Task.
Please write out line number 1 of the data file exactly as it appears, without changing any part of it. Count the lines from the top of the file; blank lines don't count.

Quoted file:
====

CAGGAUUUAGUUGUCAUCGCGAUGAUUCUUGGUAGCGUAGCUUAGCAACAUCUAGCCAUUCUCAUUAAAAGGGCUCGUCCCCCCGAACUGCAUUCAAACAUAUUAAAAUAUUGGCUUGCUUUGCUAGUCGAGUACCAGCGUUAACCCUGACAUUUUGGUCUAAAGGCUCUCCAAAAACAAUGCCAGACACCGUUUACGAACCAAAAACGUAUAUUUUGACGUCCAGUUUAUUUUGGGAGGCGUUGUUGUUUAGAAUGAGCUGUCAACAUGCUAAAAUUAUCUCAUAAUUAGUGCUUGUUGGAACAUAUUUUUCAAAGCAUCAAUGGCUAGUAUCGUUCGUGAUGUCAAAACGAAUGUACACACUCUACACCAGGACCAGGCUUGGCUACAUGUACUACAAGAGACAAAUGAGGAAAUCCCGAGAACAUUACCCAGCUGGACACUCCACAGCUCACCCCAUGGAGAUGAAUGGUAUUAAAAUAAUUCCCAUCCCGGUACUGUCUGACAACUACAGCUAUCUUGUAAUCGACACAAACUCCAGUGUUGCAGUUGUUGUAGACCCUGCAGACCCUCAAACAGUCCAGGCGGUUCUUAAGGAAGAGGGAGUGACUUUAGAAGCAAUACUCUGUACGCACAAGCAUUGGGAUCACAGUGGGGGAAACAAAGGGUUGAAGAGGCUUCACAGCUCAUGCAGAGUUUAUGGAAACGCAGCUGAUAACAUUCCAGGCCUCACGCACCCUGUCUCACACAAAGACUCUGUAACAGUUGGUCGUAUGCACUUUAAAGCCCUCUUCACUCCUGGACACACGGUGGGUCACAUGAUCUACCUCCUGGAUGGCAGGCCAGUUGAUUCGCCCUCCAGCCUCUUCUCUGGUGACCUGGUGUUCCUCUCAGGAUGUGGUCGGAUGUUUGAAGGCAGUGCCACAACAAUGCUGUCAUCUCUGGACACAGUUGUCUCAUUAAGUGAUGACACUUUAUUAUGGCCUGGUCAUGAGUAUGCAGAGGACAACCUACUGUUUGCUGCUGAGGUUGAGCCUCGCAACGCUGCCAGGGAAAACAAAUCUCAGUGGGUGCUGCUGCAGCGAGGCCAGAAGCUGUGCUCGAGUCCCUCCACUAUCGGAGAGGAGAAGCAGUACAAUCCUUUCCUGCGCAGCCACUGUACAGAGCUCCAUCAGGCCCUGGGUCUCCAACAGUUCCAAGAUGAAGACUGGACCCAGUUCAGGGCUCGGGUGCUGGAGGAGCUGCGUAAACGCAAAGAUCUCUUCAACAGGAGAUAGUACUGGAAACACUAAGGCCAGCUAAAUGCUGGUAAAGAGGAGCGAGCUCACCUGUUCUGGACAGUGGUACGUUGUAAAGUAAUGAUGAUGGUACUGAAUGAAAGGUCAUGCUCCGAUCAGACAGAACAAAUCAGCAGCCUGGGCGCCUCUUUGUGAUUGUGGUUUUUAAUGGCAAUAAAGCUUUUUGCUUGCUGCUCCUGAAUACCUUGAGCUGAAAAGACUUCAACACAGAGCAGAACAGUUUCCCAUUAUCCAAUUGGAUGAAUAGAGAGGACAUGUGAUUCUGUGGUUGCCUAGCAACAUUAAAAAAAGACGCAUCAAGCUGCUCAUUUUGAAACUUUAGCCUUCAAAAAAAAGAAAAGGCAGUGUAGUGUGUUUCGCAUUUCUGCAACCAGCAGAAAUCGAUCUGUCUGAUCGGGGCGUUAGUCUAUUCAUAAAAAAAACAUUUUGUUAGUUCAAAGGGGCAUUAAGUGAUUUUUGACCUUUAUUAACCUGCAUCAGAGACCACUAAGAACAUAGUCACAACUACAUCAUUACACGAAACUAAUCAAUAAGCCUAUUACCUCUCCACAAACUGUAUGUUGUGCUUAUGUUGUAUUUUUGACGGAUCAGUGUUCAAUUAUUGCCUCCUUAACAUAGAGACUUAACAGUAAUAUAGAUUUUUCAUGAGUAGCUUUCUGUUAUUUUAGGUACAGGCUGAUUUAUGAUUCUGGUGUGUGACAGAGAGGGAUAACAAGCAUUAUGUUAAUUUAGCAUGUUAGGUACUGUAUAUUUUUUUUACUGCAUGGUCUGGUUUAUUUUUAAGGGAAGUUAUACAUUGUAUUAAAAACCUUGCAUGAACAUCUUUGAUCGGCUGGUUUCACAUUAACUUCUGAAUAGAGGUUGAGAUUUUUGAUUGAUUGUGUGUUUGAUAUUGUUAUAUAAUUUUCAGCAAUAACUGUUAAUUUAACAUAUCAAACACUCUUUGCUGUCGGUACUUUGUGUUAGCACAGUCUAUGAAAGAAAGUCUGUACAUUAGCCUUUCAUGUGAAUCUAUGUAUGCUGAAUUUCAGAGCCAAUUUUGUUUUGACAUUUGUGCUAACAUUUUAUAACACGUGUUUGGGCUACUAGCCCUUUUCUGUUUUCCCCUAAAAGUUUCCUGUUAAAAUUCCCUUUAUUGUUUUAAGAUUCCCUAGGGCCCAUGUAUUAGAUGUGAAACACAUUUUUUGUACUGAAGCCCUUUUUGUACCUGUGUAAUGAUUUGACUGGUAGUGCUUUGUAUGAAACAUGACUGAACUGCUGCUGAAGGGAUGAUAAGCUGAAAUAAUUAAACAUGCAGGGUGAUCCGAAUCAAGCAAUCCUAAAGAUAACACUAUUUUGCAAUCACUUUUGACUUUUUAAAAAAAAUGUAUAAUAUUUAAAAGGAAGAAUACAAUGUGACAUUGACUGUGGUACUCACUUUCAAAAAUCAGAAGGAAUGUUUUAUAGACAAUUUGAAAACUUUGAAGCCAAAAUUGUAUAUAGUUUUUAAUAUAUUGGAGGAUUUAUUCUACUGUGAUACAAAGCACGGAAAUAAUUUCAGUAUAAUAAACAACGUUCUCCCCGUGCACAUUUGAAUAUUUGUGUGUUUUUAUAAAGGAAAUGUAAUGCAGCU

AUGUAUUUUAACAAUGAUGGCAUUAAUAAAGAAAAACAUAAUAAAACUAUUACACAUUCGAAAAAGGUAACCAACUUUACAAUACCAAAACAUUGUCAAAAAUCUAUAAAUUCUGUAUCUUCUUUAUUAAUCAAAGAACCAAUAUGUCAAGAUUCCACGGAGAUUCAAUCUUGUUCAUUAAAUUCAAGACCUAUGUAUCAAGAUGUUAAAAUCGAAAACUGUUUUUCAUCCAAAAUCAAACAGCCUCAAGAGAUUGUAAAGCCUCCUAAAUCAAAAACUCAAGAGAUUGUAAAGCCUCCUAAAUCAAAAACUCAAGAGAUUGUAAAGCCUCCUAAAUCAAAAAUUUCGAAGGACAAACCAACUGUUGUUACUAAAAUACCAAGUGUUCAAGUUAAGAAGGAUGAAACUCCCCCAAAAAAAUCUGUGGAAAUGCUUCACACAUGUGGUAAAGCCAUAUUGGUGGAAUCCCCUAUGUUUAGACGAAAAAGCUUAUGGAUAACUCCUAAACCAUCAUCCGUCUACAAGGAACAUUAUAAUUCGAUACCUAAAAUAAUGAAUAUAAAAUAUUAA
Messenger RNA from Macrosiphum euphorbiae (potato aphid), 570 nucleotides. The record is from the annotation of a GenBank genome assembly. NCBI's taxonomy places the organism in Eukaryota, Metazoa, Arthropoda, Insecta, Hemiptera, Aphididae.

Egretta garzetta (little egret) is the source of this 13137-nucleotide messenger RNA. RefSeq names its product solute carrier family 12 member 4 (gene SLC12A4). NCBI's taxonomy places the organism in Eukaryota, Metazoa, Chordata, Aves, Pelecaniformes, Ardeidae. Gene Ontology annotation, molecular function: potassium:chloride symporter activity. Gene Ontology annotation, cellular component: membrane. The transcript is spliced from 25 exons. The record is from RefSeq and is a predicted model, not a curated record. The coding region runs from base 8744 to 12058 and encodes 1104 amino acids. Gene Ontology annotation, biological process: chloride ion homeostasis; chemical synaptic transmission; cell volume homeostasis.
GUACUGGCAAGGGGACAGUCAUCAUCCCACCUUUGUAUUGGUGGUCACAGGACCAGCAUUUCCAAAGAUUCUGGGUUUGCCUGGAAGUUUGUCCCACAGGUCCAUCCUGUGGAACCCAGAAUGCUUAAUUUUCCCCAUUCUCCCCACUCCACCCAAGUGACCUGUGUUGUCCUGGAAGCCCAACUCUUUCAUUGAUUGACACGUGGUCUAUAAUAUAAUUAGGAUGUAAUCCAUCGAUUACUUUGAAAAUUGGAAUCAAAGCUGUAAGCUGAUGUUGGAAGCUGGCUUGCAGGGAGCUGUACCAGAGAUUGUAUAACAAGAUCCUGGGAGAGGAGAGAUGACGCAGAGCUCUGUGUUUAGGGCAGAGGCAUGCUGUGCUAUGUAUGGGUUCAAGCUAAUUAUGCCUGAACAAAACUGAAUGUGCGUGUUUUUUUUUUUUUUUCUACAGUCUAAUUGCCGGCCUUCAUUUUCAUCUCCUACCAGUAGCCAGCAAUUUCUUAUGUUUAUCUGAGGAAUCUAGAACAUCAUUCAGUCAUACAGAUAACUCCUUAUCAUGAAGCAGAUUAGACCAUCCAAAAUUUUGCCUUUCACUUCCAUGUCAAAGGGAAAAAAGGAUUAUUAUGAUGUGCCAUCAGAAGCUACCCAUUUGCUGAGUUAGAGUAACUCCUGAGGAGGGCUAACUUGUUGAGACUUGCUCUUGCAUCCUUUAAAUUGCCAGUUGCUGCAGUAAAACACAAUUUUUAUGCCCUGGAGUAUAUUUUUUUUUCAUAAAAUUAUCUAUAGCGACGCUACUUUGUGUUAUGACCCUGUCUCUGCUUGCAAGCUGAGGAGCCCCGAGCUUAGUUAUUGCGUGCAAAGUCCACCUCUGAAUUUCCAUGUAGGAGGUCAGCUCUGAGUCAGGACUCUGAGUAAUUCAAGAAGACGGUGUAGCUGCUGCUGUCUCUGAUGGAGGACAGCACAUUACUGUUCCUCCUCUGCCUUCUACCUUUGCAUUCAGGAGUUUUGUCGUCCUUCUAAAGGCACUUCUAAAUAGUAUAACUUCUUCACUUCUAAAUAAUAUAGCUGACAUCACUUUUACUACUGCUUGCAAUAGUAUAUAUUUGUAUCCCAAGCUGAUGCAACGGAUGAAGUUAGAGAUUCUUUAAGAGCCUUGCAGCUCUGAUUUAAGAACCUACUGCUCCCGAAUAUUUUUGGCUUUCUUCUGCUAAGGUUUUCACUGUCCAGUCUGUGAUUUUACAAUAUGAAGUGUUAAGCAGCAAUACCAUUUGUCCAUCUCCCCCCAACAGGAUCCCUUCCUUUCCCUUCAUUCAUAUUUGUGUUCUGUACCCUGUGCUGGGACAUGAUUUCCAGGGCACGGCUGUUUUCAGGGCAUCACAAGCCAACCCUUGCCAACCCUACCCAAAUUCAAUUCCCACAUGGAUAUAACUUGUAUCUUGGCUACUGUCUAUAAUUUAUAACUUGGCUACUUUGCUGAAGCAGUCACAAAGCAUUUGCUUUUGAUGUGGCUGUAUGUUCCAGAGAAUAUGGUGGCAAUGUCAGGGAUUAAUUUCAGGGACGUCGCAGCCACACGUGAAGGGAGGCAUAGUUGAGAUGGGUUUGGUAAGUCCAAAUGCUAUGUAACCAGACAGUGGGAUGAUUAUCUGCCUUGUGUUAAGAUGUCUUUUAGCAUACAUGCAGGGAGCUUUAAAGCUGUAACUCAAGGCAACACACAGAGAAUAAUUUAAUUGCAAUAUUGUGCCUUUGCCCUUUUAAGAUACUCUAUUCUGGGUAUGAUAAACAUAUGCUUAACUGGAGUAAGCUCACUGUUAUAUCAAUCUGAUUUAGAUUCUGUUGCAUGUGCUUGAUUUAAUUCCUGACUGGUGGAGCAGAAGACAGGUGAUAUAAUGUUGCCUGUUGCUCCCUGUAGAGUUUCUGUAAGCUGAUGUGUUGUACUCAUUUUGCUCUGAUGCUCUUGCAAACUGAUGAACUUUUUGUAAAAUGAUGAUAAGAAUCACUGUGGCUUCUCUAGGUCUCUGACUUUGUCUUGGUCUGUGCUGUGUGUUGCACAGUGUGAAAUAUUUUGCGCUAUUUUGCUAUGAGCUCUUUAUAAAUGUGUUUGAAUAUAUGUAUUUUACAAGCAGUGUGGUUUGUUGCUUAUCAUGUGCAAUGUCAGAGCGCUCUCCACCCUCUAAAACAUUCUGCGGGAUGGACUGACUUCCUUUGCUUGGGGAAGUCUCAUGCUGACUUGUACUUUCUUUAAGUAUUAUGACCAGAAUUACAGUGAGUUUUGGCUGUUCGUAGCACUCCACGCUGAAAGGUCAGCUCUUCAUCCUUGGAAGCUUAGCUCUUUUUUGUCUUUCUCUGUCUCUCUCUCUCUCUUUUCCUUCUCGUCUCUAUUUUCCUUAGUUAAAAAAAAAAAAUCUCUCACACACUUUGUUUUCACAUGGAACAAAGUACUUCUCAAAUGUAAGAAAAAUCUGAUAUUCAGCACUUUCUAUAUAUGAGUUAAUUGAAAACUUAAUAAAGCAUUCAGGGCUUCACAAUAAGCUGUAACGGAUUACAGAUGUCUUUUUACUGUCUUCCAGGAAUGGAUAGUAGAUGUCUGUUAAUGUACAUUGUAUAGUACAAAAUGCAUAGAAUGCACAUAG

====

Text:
CAGGAUUUAGUUGUCAUCGCGAUGAUUCUUGGUAGCGUAGCUUAGCAACAUCUAGCCAUUCUCAUUAAAAGGGCUCGUCCCCCCGAACUGCAUUCAAACAUAUUAAAAUAUUGGCUUGCUUUGCUAGUCGAGUACCAGCGUUAACCCUGACAUUUUGGUCUAAAGGCUCUCCAAAAACAAUGCCAGACACCGUUUACGAACCAAAAACGUAUAUUUUGACGUCCAGUUUAUUUUGGGAGGCGUUGUUGUUUAGAAUGAGCUGUCAACAUGCUAAAAUUAUCUCAUAAUUAGUGCUUGUUGGAACAUAUUUUUCAAAGCAUCAAUGGCUAGUAUCGUUCGUGAUGUCAAAACGAAUGUACACACUCUACACCAGGACCAGGCUUGGCUACAUGUACUACAAGAGACAAAUGAGGAAAUCCCGAGAACAUUACCCAGCUGGACACUCCACAGCUCACCCCAUGGAGAUGAAUGGUAUUAAAAUAAUUCCCAUCCCGGUACUGUCUGACAACUACAGCUAUCUUGUAAUCGACACAAACUCCAGUGUUGCAGUUGUUGUAGACCCUGCAGACCCUCAAACAGUCCAGGCGGUUCUUAAGGAAGAGGGAGUGACUUUAGAAGCAAUACUCUGUACGCACAAGCAUUGGGAUCACAGUGGGGGAAACAAAGGGUUGAAGAGGCUUCACAGCUCAUGCAGAGUUUAUGGAAACGCAGCUGAUAACAUUCCAGGCCUCACGCACCCUGUCUCACACAAAGACUCUGUAACAGUUGGUCGUAUGCACUUUAAAGCCCUCUUCACUCCUGGACACACGGUGGGUCACAUGAUCUACCUCCUGGAUGGCAGGCCAGUUGAUUCGCCCUCCAGCCUCUUCUCUGGUGACCUGGUGUUCCUCUCAGGAUGUGGUCGGAUGUUUGAAGGCAGUGCCACAACAAUGCUGUCAUCUCUGGACACAGUUGUCUCAUUAAGUGAUGACACUUUAUUAUGGCCUGGUCAUGAGUAUGCAGAGGACAACCUACUGUUUGCUGCUGAGGUUGAGCCUCGCAACGCUGCCAGGGAAAACAAAUCUCAGUGGGUGCUGCUGCAGCGAGGCCAGAAGCUGUGCUCGAGUCCCUCCACUAUCGGAGAGGAGAAGCAGUACAAUCCUUUCCUGCGCAGCCACUGUACAGAGCUCCAUCAGGCCCUGGGUCUCCAACAGUUCCAAGAUGAAGACUGGACCCAGUUCAGGGCUCGGGUGCUGGAGGAGCUGCGUAAACGCAAAGAUCUCUUCAACAGGAGAUAGUACUGGAAACACUAAGGCCAGCUAAAUGCUGGUAAAGAGGAGCGAGCUCACCUGUUCUGGACAGUGGUACGUUGUAAAGUAAUGAUGAUGGUACUGAAUGAAAGGUCAUGCUCCGAUCAGACAGAACAAAUCAGCAGCCUGGGCGCCUCUUUGUGAUUGUGGUUUUUAAUGGCAAUAAAGCUUUUUGCUUGCUGCUCCUGAAUACCUUGAGCUGAAAAGACUUCAACACAGAGCAGAACAGUUUCCCAUUAUCCAAUUGGAUGAAUAGAGAGGACAUGUGAUUCUGUGGUUGCCUAGCAACAUUAAAAAAAGACGCAUCAAGCUGCUCAUUUUGAAACUUUAGCCUUCAAAAAAAAGAAAAGGCAGUGUAGUGUGUUUCGCAUUUCUGCAACCAGCAGAAAUCGAUCUGUCUGAUCGGGGCGUUAGUCUAUUCAUAAAAAAAACAUUUUGUUAGUUCAAAGGGGCAUUAAGUGAUUUUUGACCUUUAUUAACCUGCAUCAGAGACCACUAAGAACAUAGUCACAACUACAUCAUUACACGAAACUAAUCAAUAAGCCUAUUACCUCUCCACAAACUGUAUGUUGUGCUUAUGUUGUAUUUUUGACGGAUCAGUGUUCAAUUAUUGCCUCCUUAACAUAGAGACUUAACAGUAAUAUAGAUUUUUCAUGAGUAGCUUUCUGUUAUUUUAGGUACAGGCUGAUUUAUGAUUCUGGUGUGUGACAGAGAGGGAUAACAAGCAUUAUGUUAAUUUAGCAUGUUAGGUACUGUAUAUUUUUUUUACUGCAUGGUCUGGUUUAUUUUUAAGGGAAGUUAUACAUUGUAUUAAAAACCUUGCAUGAACAUCUUUGAUCGGCUGGUUUCACAUUAACUUCUGAAUAGAGGUUGAGAUUUUUGAUUGAUUGUGUGUUUGAUAUUGUUAUAUAAUUUUCAGCAAUAACUGUUAAUUUAACAUAUCAAACACUCUUUGCUGUCGGUACUUUGUGUUAGCACAGUCUAUGAAAGAAAGUCUGUACAUUAGCCUUUCAUGUGAAUCUAUGUAUGCUGAAUUUCAGAGCCAAUUUUGUUUUGACAUUUGUGCUAACAUUUUAUAACACGUGUUUGGGCUACUAGCCCUUUUCUGUUUUCCCCUAAAAGUUUCCUGUUAAAAUUCCCUUUAUUGUUUUAAGAUUCCCUAGGGCCCAUGUAUUAGAUGUGAAACACAUUUUUUGUACUGAAGCCCUUUUUGUACCUGUGUAAUGAUUUGACUGGUAGUGCUUUGUAUGAAACAUGACUGAACUGCUGCUGAAGGGAUGAUAAGCUGAAAUAAUUAAACAUGCAGGGUGAUCCGAAUCAAGCAAUCCUAAAGAUAACACUAUUUUGCAAUCACUUUUGACUUUUUAAAAAAAAUGUAUAAUAUUUAAAAGGAAGAAUACAAUGUGACAUUGACUGUGGUACUCACUUUCAAAAAUCAGAAGGAAUGUUUUAUAGACAAUUUGAAAACUUUGAAGCCAAAAUUGUAUAUAGUUUUUAAUAUAUUGGAGGAUUUAUUCUACUGUGAUACAAAGCACGGAAAUAAUUUCAGUAUAAUAAACAACGUUCUCCCCGUGCACAUUUGAAUAUUUGUGUGUUUUUAUAAAGGAAAUGUAAUGCAGCU